Courtney Lawes ready for Northampton home return

Lawes wrestling with ring return but ready to make up for lost time on the pitch

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UPDATED:

18:44 GMT, 27 September 2012

Courtney Lawes is still grimacing at the memory of his short-lived title at Northampton this summer for being 'King of the Ring'.

The 6ft 5in England forward makes his first home start on Friday, against Wasps, after almost nine months of injury. He hurt a knee on New Year's Eve, cracked a shin bone in February and was on the way to recovery when he dislocated an elbow wrestling team-mates during pre-season training.

Lawes says he has learned to be philosophical over injuries, but the wrestling incident leaves the 23-year-old shaking his head.

Boost: Courtney Lawes back in action for Northampton last Saturday

Boost: Courtney Lawes back in action for Northampton last Saturday

'Now that was frustrating. We do 'King of the Ring' at the club, so you have to stay in if you win. I had won three bouts and I was just knackered.

'It all ended terribly wrong. You have to try. I was pushing myself to the limit and it all went a bit wrong.

'It’s hard to say (whether he will wrestle again) after you’ve had quite a bad injury like that.

'But it’s something we do in pre-season so it will be more than a year before I do it again – I don’t know yet.’

No go: Lawes is unlikely to play for England in the Autumn internationals following his injury

No go: Lawes is unlikely to play for England in the Autumn internationals following his injury

Lawes, who missed England’s summer tour to South Africa, spent some of his recovery time having a further tattoo completed on his left calf to go alongside those across his upper body.

'They are lucky,' he insists about the tattoos depicting Maori tribal markings and Japanese koi carp.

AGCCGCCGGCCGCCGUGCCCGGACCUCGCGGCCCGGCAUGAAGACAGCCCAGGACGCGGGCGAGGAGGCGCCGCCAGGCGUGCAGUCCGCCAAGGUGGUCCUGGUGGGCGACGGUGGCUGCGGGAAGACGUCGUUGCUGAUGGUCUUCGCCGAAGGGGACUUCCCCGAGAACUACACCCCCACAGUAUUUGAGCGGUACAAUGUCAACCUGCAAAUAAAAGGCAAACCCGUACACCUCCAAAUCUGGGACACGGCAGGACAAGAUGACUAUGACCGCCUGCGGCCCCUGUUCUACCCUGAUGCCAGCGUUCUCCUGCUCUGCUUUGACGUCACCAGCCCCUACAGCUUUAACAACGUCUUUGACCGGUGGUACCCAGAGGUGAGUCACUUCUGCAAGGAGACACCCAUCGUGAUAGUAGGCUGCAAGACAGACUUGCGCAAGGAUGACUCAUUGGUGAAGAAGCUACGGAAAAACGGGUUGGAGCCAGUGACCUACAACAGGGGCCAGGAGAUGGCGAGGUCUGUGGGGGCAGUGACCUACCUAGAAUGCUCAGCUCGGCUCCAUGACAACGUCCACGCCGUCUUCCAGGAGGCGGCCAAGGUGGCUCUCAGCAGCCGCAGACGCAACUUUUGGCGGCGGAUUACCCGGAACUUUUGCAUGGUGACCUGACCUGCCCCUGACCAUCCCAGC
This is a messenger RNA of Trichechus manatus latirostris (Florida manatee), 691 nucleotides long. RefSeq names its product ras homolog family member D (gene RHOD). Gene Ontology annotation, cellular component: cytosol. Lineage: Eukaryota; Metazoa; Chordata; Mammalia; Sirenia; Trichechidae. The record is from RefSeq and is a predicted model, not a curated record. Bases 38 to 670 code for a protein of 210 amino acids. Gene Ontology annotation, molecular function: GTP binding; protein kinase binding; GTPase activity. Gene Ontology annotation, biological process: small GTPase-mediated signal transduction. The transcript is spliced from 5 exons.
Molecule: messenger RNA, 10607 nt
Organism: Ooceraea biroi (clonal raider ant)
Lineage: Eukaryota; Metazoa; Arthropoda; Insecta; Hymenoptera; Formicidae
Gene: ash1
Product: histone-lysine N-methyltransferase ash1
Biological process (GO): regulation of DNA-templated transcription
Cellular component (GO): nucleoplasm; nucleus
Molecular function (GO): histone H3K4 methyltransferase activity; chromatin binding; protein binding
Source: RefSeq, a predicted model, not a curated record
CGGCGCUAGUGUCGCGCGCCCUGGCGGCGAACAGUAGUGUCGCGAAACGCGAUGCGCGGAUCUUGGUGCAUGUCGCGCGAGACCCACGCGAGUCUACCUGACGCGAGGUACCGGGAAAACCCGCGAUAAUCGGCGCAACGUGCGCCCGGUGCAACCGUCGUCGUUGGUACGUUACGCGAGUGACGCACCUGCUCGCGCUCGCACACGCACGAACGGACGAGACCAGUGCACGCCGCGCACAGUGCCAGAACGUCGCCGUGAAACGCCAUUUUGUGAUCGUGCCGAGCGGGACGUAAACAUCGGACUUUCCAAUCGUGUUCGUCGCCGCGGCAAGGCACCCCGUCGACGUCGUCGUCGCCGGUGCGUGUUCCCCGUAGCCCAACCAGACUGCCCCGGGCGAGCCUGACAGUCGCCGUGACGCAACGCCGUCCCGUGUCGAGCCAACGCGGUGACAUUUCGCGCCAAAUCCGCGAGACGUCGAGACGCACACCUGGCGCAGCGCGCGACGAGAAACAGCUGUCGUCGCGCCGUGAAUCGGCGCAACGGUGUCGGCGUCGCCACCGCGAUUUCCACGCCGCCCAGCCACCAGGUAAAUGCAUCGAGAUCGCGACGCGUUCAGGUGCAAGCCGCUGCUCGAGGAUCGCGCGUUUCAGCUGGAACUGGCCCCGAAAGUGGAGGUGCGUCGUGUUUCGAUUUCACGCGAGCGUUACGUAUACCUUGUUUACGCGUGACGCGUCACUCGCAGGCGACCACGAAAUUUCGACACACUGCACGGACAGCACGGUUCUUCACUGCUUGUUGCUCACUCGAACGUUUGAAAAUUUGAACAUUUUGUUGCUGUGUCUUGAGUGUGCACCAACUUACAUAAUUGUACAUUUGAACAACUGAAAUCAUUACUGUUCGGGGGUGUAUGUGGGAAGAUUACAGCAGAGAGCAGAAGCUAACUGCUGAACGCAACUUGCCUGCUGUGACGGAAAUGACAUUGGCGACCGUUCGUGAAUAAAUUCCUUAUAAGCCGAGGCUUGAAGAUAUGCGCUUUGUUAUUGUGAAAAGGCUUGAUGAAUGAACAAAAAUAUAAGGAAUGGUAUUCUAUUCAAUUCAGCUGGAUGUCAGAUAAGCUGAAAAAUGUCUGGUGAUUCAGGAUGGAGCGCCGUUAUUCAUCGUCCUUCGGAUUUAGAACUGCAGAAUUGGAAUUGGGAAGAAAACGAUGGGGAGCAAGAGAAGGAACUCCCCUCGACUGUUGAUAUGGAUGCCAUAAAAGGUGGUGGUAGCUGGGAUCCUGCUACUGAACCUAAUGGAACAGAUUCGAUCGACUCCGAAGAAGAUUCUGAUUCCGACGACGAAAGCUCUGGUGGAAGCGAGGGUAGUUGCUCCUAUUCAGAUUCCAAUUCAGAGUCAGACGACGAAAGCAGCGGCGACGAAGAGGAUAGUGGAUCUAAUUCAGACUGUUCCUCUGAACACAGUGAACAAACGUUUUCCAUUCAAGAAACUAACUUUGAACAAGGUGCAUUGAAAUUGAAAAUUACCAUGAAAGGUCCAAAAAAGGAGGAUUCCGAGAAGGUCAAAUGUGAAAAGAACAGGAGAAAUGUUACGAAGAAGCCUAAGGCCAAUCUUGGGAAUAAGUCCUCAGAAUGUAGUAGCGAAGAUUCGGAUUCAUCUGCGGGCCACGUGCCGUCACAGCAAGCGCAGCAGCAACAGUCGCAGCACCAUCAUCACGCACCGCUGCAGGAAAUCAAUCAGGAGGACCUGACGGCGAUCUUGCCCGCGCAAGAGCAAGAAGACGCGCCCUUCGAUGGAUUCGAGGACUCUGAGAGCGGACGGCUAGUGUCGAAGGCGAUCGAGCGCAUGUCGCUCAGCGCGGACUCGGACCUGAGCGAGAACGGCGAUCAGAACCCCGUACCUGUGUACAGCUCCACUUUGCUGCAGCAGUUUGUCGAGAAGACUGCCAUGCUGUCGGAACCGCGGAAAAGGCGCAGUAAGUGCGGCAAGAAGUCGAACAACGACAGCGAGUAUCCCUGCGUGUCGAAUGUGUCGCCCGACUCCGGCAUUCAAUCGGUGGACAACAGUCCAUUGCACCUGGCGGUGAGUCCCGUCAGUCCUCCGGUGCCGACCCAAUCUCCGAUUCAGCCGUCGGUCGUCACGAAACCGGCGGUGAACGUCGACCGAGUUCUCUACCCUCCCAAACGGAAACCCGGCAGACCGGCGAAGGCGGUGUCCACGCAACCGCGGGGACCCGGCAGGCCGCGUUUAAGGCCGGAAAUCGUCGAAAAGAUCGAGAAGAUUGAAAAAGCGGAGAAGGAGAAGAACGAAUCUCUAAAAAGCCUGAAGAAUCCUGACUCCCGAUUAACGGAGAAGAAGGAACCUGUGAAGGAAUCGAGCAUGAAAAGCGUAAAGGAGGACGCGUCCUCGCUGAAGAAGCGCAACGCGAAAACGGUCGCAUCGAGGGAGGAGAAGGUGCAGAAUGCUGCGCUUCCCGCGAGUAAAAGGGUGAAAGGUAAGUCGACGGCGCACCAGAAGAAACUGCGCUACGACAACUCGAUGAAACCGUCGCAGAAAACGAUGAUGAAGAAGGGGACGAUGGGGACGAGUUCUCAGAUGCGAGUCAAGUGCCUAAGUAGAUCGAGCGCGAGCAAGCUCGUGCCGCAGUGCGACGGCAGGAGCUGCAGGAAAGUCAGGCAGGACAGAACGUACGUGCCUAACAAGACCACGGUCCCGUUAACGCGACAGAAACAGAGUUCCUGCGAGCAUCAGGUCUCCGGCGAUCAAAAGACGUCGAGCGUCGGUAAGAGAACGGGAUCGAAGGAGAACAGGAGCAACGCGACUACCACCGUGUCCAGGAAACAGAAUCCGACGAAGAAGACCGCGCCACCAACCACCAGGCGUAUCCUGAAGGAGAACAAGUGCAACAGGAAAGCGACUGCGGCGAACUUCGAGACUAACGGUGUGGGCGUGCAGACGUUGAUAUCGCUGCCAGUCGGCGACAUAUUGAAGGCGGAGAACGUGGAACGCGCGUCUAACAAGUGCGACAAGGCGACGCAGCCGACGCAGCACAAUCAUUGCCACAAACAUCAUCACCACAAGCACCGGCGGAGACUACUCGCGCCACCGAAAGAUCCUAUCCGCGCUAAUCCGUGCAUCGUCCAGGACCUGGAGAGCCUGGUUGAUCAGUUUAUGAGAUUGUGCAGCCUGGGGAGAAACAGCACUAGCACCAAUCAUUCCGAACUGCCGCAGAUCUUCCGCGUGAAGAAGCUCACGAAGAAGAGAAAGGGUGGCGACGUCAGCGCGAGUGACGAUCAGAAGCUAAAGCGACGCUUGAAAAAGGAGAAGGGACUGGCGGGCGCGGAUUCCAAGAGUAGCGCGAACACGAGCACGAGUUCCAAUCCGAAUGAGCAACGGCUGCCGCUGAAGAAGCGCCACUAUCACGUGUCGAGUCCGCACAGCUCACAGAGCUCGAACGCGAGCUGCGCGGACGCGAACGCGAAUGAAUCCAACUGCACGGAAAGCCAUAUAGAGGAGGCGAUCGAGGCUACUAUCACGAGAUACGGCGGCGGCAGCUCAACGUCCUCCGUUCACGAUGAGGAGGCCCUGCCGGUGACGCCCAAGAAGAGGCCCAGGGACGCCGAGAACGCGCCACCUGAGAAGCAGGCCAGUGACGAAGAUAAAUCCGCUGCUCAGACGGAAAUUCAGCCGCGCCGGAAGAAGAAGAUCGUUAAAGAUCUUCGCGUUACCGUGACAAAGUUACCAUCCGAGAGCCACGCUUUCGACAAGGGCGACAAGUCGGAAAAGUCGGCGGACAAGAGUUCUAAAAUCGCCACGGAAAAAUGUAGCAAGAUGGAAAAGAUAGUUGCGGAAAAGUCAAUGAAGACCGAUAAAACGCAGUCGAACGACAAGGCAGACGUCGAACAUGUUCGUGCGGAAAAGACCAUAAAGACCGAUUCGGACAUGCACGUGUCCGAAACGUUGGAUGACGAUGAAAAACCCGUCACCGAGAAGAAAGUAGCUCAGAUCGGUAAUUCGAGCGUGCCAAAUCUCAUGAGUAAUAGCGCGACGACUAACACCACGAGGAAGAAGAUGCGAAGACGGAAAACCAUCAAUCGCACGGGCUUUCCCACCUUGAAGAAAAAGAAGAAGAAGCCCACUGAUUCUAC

He is not the first leading player to be injured wrestling. Last summer, Leicester’s Ben Youngs damaged a knee in the run up to England’s World Cup campaign.

Such injuries have led to some coaches banning wrestling, but Northampton’s director of rugby Jim Mallinder remains among those who believe training injuries are a fact of life in professional rugby.

'Wrestling is a fantastic way of getting players conditioned during pre-season rather than having players involved in bone-on-bone hard collisions. They get plenty of those in the season from playing.

'It does have that element of injury, but we think it’s worthwhile and will keep doing it. It’s unfortunate, but if you are precautionary then you wouldn’t do a lot of things we do.'

Lawes starts on Friday at blindside flanker rather than lock where he has played most for England.

‘I do enjoy the fact that I can play in different places. But No 6 is where I prefer as I can get lot more space there. ‘There are a lot of good players for that position though, so I suppose I get put at lock because I’m so tall.’

For the moment, thoughts of England’s autumn internationals are on hold.

‘I have to play well for Northampton first and that’s what I’m concentrating on,’ he vows.